Tesla owner mines bitcoin, ethereum with his car

Back in 2018, Chris Allessi — who tells CNBC he was Wisconsin’s first-ever electric car dealer — decided to tinker with his Tesla.

This is nothing new for Allessi, also known as K-Man on his YouTube channel, who builds custom electric cars in his free time and bills himself as a modern-day Doc Brown, the character from the film “Back to the Future” who retrofits a car into a time machine.

“I like electricity. I like zapping stuff, building stuff. You give me an electric motor, I give you a finished product,” he said.

Similar to Raval, Allessi has tried out a couple different ways to transform his Tesla Model S into a crypto mining rig.

In industry speak, crypto mining is the energy-intensive process in which machines around the world contribute their computing power to the overall network, in order to create new coins and validate transactions of existing tokens. They do that by running specialized software that crunches complicated math equations. To participate, essentially all you need is a computer and power.

Allessi has tried mining for bitcoin by plugging a Bitmain Antminer S9 — a type of mining rig specifically used to mint the world’s most popular cryptocurrency — directly into his car battery, with the help of a power inverter. The inverter adjusts the voltage of Tesla’s electric battery to a level that’s compatible with his Antminer.

Allessi has also successfully used the vehicle’s internal firmware to mine for altcoins.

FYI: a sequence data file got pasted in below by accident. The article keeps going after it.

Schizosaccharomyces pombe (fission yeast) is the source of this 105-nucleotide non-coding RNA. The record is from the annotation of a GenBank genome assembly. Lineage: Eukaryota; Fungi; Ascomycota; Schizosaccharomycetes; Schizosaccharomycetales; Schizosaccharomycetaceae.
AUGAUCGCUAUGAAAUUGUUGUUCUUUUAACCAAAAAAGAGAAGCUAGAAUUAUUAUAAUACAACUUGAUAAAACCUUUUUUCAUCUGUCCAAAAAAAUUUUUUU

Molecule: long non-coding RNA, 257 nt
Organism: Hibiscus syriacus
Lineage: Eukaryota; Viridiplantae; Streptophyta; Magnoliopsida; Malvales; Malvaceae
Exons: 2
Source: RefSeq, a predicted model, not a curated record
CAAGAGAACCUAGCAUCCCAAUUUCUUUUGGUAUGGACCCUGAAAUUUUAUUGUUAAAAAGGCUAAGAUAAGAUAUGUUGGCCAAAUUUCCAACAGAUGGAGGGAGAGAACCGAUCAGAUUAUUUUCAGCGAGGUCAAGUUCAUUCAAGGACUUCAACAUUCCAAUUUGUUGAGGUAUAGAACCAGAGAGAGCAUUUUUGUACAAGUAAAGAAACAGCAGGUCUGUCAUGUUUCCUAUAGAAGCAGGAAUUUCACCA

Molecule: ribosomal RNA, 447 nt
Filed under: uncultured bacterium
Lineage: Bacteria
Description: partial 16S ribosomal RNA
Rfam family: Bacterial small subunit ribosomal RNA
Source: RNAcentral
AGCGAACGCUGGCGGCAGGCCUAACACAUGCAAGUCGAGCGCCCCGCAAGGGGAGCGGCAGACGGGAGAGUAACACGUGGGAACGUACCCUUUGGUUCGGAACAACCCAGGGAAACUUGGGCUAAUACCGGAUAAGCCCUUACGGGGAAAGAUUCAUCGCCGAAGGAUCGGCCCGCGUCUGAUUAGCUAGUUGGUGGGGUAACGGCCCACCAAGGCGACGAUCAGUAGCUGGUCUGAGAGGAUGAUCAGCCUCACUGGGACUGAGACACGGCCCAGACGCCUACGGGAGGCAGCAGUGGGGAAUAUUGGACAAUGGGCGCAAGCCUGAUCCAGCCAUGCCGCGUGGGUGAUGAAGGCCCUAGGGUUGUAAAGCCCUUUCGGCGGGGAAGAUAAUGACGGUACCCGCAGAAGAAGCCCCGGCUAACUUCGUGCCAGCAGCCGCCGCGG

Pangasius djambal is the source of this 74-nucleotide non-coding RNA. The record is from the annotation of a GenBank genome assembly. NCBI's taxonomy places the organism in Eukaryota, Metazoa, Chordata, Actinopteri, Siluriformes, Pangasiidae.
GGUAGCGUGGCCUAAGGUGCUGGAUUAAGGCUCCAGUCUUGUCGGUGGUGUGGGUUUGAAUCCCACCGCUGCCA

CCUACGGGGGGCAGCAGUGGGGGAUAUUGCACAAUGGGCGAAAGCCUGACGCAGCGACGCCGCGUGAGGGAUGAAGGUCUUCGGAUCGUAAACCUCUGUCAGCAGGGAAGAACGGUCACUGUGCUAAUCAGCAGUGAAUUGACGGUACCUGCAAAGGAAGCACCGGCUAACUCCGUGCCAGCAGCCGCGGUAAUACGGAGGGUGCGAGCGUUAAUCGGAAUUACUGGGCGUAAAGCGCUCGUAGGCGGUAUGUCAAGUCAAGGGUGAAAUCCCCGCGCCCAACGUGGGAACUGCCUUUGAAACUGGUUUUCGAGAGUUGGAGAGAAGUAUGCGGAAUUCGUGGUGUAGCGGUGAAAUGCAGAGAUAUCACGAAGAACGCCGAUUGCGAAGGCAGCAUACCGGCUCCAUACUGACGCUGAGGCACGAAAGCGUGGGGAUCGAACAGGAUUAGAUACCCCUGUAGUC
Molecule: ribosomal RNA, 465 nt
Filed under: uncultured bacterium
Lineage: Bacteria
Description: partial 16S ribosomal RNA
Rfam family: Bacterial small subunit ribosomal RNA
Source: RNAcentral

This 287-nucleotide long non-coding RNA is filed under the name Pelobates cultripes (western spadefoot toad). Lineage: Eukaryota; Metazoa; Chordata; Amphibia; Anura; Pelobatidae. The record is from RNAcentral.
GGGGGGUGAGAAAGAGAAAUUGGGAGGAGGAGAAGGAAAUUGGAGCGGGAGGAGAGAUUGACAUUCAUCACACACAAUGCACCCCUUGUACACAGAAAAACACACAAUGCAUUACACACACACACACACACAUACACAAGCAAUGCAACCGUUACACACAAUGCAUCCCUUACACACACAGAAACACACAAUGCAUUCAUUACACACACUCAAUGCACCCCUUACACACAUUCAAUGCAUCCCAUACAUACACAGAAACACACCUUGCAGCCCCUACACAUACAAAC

“It was no big deal,” he said of the process. He used the built-in computer and screen in the car to navigate to a web page that he had set up specifically to mine for the popular privacy token monero. “I could run the mining program within the browser,” Allessi explained.

Of all the techniques that Raval has tried, the most profitable involves a mix of hacking into Tesla’s internal computer, plus plugging GPUs directly into the car’s electric motor.

Raval uses JavaScript to create a web app that can retrieve data from his Tesla, and in some cases, modify it.

“It’s a computer with wheels…It’s so simple to hack into this computer car,” Raval said, who describes the process as essentially hijacking the car’s internal firmware to allow for extra power usage.

From there, he tethers five GPUs to his Tesla battery, and he switches between running two different hashing algorithms: one mines for ethereum and the other generates polygon tokens.

Professional-grade miners tell CNBC that, in theory, the logistics check out.

“The mechanisms are all there,” explained Whit Gibbs, CEO and founder of Compass, a bitcoin mining service provider.

“You have a power source, you have space, you have the ability to add cooling. There’s certainly enough power provided by the battery to fire up an ASIC and run it,” continued Gibbs.

This content was originally published here.

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